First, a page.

MODESTO -- Try as he might, Downey High quarterback Aaron Zwahlen couldn't shake the burden that every Modesto Metro Conference team is carrying into the playoffs.
There is little competition in town for the conference's top teams, and those squads pay the price for their easy ride to the postseason. They aren't ready for the physical and innovative style of play that the postseason requires.
"There's something to it," said Zwahlen, after passing for 380 yards and three TDs in Friday's 56-21 Division 1 quarterfinal loss to Granite Bay. "Our starters only play for a half in most conference games, and we're not seeing a lot that will challenge us."
It's not unique to Downey, though the Knights are the hot team of late, so they're in this position most often.
High school football teams only improve if they sense a need to improve. If the wins come easy and base scheme regularly generates 30 or 40 points, why mess with it?
The problem arises when real competition arrives. Downey could play Granite Bay 10 times and it would never win, the chasm is that wide. Downey had not faced a team with a fraction of the Grizzlies' skill since it beat Central Catholic in Week 4.
Had Downey faced Granite Bay in Week 5, it still would have lost, but it would have been a competitive evening.
Downey grew fat on MMC opponents the following six weeks the championship battle with Enochs was over by halftime rarely getting anything but a momentary scare during the 48 minutes. If there had been a sparring partner or two, the Knights might have been ready for the fly offense that Granite Bay used to dominate play.
Coach Jeremy Plaa would have seen the running game that had been so effective in conference play was more of a facade than a force. When the run failed Friday the Knights had negative yards the game became a rout.
Had the run failed in the MMC, we might have seen Herman Harris shifted to a halfback for a few series. A hard-nosed player, his style is perfect for the postseason. He's not a natural runner, but starting halfback Juan Vaa-Ayala doesn't have the physical presence to run the ball against a defense like Granite Bay's. Downey ran into an identical obstacle in last year's first-round loss.
Harris, the top defensive player in the city, lining up alongside Zwahlen to take a half-dozen handoffs? Sounds like a weird idea, but you're forced to try such creative ideas when you face quality opponents each week. That's why Granite Bay is so good.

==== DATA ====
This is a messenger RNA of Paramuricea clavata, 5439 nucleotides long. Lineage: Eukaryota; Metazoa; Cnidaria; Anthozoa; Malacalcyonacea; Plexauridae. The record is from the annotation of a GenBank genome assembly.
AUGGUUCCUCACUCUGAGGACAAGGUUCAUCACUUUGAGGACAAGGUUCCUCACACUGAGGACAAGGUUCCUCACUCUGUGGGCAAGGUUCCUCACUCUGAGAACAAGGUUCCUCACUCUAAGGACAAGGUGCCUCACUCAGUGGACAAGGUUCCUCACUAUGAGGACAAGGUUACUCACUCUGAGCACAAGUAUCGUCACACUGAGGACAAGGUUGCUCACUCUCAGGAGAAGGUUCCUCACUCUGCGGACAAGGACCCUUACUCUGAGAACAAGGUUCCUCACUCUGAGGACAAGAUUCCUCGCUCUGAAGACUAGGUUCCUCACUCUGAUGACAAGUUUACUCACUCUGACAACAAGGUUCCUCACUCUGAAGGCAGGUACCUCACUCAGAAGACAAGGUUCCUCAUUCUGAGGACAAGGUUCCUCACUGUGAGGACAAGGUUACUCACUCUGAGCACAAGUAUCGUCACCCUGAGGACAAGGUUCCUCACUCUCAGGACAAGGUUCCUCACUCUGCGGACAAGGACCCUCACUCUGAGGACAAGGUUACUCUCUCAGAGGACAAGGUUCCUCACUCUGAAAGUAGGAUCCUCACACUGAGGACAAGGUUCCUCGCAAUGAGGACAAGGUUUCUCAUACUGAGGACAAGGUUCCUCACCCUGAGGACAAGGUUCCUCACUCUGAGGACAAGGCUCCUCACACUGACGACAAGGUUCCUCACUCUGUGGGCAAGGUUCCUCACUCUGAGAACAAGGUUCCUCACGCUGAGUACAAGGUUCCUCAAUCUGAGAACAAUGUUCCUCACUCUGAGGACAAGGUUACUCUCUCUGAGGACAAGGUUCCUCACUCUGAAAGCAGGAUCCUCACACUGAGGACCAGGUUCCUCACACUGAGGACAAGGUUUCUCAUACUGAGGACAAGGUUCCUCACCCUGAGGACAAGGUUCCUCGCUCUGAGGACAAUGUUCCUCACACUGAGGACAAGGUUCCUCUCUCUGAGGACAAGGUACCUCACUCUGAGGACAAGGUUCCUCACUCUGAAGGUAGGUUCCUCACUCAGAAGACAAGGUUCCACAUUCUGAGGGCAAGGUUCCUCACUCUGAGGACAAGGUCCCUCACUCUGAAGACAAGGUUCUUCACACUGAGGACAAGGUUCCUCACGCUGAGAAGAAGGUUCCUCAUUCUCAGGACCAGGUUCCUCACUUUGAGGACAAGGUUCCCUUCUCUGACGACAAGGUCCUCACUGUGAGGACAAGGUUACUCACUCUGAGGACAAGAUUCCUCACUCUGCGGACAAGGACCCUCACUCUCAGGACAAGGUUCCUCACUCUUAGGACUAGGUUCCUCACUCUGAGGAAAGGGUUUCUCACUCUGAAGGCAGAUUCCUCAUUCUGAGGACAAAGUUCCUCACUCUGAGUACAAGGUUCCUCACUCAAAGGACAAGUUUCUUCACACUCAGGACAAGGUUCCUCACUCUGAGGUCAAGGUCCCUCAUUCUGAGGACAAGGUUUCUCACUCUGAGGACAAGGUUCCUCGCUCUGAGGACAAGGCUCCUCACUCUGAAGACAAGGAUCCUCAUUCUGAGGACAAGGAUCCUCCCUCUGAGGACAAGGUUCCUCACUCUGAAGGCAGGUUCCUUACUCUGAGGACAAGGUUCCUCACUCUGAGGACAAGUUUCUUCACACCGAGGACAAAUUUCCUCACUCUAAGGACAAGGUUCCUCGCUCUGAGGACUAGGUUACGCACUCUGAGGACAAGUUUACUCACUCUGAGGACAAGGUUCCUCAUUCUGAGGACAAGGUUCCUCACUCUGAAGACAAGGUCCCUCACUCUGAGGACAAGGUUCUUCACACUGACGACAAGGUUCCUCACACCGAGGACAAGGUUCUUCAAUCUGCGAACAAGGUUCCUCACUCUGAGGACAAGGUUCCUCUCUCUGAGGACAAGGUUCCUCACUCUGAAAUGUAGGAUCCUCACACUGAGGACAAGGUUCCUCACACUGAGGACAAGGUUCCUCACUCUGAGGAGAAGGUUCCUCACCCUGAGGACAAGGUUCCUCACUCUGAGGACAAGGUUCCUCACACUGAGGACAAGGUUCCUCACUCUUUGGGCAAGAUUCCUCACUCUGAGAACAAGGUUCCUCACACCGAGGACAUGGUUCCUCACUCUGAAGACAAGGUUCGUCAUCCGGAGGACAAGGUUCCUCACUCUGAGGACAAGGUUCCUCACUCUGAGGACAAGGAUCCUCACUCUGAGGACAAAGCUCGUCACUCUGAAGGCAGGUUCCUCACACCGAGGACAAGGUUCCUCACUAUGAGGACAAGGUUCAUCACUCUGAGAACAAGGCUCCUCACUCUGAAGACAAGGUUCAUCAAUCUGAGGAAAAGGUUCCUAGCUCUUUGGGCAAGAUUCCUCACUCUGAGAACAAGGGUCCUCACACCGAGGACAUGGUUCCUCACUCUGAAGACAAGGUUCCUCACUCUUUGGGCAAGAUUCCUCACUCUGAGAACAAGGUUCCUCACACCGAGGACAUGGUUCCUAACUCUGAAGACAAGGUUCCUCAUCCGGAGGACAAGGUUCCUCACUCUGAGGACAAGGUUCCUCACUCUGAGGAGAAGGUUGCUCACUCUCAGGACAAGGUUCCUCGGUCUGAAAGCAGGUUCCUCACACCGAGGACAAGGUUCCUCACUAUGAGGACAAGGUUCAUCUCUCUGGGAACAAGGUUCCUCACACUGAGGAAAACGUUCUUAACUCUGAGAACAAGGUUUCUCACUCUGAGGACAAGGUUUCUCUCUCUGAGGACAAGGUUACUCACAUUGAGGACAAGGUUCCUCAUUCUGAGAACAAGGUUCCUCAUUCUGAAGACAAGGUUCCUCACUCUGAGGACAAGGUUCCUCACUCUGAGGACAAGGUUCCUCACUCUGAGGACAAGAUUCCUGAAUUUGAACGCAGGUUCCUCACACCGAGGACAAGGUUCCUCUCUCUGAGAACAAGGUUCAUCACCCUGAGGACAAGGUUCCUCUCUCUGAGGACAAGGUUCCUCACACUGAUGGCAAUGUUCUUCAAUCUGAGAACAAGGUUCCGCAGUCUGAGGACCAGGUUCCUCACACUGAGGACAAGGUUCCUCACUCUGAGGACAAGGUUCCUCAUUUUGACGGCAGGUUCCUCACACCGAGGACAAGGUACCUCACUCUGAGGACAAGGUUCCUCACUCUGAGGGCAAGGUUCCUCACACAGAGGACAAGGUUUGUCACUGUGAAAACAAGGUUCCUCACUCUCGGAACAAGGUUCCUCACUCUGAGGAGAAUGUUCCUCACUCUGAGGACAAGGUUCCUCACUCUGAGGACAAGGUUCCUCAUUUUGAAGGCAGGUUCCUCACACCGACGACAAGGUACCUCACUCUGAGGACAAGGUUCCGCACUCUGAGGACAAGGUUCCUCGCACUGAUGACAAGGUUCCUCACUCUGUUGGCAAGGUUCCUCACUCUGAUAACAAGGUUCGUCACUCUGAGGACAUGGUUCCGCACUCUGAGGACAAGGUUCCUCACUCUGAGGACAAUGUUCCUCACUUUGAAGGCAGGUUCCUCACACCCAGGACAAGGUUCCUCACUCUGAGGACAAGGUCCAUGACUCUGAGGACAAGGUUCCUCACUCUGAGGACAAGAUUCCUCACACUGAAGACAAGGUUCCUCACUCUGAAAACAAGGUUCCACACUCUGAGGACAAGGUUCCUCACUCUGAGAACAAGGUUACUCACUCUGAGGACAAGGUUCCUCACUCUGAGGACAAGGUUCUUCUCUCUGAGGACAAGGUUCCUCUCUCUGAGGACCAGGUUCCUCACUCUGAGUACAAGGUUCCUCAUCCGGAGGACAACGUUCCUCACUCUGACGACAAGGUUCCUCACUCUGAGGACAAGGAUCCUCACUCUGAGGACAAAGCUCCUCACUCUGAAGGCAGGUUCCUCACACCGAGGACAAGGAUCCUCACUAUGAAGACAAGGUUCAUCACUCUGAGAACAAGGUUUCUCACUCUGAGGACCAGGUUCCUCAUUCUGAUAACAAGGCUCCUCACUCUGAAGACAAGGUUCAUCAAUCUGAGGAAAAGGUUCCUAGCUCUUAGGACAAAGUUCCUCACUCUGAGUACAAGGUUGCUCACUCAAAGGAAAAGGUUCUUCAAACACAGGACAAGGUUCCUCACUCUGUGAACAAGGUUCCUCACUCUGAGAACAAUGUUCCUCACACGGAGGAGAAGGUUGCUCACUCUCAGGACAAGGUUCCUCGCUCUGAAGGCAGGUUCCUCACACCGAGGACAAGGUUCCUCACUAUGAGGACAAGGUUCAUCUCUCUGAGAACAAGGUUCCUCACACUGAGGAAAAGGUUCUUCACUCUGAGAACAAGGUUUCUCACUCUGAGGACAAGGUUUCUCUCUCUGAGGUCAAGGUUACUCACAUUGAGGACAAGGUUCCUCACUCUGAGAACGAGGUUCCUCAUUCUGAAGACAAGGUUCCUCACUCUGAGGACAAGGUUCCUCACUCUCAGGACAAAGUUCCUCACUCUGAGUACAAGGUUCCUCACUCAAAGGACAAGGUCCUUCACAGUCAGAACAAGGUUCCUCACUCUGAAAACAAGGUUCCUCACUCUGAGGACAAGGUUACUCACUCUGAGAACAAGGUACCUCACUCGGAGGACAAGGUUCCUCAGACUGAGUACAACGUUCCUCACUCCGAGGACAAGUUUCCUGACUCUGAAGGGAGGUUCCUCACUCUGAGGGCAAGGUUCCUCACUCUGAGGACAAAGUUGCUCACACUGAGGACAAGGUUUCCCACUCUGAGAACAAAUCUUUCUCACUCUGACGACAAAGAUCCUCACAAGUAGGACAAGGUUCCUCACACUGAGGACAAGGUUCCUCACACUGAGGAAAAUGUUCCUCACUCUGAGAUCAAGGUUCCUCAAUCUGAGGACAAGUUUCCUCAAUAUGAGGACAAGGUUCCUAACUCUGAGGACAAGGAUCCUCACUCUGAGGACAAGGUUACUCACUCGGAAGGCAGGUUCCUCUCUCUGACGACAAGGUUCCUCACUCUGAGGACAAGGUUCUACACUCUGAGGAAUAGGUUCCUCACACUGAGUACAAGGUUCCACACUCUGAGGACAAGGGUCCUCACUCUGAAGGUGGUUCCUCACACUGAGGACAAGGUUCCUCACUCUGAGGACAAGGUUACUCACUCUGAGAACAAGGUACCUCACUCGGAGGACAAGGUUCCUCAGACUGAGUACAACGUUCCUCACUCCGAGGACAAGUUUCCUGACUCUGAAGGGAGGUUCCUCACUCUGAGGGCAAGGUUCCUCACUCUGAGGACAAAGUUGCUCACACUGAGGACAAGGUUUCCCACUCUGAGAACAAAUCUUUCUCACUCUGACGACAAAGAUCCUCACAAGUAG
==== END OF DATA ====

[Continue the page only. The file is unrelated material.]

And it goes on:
The Grizzlies went 5-0 in the Sierra Foothill League, among the most difficult in the region, and beat Del Oro for the title. Del Oro's won back-to-back section crowns and plays for a trip to the D2 championship game Friday.
Had the Grizzlies not been pushed by a few teams, they might not have developed a quality passing attack to go with a dominant run game.
None of this is new to those who follow football in town, but it's crucial we face this fact before the section adopts a realignment plan. Modesto City Schools wants the seven Modesto schools to remain in one league, and we've seen what that means.
Modesto schools are rarely competitive with their peers across the section, with rare exceptions. Playoff wins are infrequent and section team titles come once a decade.
While the district wants to keep its schools together for its convenience, and nothing more, there is a Plan B that would save Modesto sports. It has Gregori, Modesto and Enochs joining Turlock's two schools and two from Merced County for a D1 league. Modesto's four other schools would form a D2 league with Oakdale, Merced's El Capitan (opens in 2013) and two Merced County schools.
If Downey met Oakdale in league, the Knights would have realized just how much their run game needed help. They would have seen their defense still was vulnerable.
If Enochs played Buhach Colony, Pitman and Turlock on consecutive weeks late in league, it would have seen that its "physical style" of play isn't all that physical.
Modesto football once was up there with the best in the section, when Downey and Davis cut their teeth against the best Turlock, Atwater and Merced had to offer in the Central California Conference. It can be great once more, but that can only happen if the seven schools go their separate ways.